Equipped with a nearly complete Dura Ace 7700 group – the exceptions being the crankset (a perfect condition Ultegra, 170mm), the Dura Ace BR-7402 calipers (my brake of choice for 16 years) and the functional A520 pedals. Cinelli 65 (Criterium) bars and the X/E 130mm stem (X/A stems are just too damn expensive now). Wheels are Ksyrium Elites, with Vittoria Open Corsa CX 20c tires. And the seat is the Bontrager Selle San Marco that I’ve been so comfortable on for the last 8 years. Call me a creature of habit, but I’ve always (tried to) stick with something that works and that is comfortable for me.

She’s an absolute beauty. I’ve read many complaints about the paint work, and how easily chipped it is. These are valid complaints and unfortunately, Schwinn don’t ahve a record of the pantone color for this frame, so touch up paint is going to be trial and error. The other complaints I read about this frame were about the fork. So far, the fork has been fine – not too springy or harsh – but the headset has been a big issue. Whether this is is as a result of a different size standard (OneSpeedBiker has a very thorough piece about this) or it just being a really sh*tty headset, time will tell.

I took it out for its finished test ride yesterday, two laps of Prospect Park. It fared beautifully, rode like a dream. It rode much better than I did. Here’s to rideable weather again (the next week promises to be gross).

Categories: Builds, Schwinn Tags: , ,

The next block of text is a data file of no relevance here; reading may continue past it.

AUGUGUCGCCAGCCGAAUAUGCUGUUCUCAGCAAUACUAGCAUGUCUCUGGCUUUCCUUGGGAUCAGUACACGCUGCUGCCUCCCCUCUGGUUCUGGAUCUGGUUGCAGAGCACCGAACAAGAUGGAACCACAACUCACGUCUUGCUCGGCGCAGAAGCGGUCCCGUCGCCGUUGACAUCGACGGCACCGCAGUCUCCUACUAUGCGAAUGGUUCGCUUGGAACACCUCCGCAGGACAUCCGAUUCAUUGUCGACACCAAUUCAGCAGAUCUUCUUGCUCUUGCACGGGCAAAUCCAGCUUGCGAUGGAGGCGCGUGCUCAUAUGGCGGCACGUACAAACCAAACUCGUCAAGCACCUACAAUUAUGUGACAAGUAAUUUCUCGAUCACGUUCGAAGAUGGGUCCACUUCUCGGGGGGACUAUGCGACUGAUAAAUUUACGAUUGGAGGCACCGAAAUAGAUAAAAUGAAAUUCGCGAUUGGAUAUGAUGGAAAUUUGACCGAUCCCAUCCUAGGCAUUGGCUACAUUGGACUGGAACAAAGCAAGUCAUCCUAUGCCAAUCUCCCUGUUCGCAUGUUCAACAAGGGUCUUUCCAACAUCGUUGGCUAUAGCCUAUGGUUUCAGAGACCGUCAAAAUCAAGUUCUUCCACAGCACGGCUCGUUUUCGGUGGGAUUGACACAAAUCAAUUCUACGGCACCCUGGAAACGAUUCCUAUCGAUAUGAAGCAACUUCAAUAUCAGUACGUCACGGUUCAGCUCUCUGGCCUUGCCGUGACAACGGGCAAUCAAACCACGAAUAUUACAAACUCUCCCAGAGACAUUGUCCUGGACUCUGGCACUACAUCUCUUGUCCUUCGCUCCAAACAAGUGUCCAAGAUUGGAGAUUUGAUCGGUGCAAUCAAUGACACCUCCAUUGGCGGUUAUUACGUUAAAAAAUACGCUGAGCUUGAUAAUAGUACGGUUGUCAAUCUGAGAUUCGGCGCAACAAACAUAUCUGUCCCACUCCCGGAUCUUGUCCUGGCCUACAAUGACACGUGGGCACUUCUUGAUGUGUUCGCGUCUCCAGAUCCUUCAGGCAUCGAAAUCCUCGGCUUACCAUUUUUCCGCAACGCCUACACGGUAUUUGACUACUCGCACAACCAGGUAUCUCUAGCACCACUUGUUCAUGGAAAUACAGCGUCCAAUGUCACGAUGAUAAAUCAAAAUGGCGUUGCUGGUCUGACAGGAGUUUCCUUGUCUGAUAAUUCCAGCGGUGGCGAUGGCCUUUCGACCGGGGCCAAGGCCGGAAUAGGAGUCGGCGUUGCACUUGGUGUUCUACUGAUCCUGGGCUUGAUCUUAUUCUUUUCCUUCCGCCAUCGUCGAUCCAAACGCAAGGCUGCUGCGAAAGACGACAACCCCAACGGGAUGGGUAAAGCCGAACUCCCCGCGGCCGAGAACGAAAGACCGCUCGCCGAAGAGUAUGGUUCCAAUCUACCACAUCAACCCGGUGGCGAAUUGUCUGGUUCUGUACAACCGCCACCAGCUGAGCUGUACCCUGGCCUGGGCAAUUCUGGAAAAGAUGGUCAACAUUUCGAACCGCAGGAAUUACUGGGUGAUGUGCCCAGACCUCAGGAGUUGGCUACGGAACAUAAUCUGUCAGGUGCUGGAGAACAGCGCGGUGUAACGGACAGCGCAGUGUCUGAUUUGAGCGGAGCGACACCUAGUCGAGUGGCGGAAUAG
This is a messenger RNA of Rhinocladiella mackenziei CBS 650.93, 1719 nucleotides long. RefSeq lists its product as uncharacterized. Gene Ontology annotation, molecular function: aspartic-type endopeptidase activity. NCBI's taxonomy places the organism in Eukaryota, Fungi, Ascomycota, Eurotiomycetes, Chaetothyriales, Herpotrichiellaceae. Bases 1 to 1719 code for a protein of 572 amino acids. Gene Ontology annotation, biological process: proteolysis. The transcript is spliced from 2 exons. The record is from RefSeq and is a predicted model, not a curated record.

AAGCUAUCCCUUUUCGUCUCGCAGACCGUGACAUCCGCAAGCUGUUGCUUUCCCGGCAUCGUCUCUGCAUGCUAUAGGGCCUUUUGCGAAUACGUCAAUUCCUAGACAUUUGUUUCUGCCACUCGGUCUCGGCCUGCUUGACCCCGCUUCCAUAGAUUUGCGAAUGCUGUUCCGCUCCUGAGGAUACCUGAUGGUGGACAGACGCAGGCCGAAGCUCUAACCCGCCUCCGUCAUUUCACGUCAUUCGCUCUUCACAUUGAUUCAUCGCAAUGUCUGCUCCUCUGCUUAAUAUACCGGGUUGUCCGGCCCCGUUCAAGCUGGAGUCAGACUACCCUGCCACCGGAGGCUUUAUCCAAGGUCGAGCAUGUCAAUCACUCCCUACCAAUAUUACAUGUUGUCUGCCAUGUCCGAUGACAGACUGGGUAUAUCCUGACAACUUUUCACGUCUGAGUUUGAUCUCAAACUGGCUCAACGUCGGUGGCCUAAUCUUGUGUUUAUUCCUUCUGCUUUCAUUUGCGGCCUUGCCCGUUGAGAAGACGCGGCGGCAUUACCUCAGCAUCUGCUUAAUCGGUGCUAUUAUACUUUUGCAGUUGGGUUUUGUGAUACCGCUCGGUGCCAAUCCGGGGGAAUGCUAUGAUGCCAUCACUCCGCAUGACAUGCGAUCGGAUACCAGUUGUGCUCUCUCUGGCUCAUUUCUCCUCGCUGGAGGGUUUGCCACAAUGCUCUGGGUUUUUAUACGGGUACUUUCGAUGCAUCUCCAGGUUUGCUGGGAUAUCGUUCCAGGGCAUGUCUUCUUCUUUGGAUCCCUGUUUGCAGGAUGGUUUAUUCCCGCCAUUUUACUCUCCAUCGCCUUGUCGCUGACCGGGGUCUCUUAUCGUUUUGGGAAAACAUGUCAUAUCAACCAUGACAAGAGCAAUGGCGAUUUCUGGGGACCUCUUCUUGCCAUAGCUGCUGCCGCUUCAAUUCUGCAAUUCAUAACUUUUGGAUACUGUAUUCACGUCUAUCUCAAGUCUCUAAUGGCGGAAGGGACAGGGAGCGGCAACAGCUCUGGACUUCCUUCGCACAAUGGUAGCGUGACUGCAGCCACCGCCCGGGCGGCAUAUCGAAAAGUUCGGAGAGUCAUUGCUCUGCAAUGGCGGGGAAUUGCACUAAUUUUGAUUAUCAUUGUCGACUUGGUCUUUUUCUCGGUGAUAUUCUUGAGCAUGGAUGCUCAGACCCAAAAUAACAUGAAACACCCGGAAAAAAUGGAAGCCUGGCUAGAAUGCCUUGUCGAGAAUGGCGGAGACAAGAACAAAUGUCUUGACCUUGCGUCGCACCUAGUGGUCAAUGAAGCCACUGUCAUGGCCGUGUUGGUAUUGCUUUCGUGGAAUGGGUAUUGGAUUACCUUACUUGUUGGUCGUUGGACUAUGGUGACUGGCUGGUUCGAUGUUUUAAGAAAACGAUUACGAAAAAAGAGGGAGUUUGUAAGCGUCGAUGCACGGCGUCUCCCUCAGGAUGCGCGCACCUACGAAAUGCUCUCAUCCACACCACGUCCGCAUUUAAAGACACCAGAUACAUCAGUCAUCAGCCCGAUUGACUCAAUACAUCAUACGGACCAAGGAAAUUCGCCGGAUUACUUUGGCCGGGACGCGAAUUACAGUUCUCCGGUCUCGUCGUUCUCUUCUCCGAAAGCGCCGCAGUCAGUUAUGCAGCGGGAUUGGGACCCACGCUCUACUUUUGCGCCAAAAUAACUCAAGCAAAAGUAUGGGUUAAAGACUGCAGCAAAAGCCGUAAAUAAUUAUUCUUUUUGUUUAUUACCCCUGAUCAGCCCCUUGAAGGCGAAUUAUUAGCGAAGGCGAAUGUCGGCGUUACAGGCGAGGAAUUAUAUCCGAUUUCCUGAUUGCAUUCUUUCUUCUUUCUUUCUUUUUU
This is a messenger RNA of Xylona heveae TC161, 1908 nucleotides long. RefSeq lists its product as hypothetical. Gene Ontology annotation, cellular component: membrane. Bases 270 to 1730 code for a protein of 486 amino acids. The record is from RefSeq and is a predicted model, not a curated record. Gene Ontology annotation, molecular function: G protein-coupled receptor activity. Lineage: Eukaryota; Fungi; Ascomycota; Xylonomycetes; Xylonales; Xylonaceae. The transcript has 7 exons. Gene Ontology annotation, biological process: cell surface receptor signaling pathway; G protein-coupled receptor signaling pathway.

what lies beneath

December 14th, 2009 Comments off

the only problem with pulling a 16 year old bike to pieces for maintenance is the damage you can find. and damage is what I found when I decided to fully service The Condor yesterday. All of the parts came off smoothly – though the drive side bottom bracket cup resisted enough that I had to get it removed at Brooklyn Bikes. All of the dirt was summarily cleaned away, and you know what…the frame is still is astonishing condition (for its age)

But then I spun the fork.

The headset has become a deadset. It turned as though it was being controlled by index shifters. So, The Condor is down for the count right now which, as long as the weather is either really crappy or really nice, won’t be too much of an issue – if it rains, I’ll be taking the bus or walking, and if it stays as nice as it was today, out comes The Schwinn.

Now I remember why they say ‘let sleeping dogs lie’. Or as Jessica put it, “If it ain’t broke, don’t fix it.”

Categories: Builds, Condor Tags: ,

and so it begins…

December 10th, 2009 Comments off

2004 Raleigh Competition, Deda Quattro, Deda Speciale

The first components to go on this new build are the Deda bars and stem.

This is a real departure for me and somewhat of an experiment. I have only ever used quill stems and the oft mentioned Cinelli 65 bars. The Deda Speciale are a squarer shape along the top, not offering the beautiful, gentle curve of the almost Pista-like 65s, and they also have a shallower drop (135mm opposed to (approx) 150mm) than the 65s.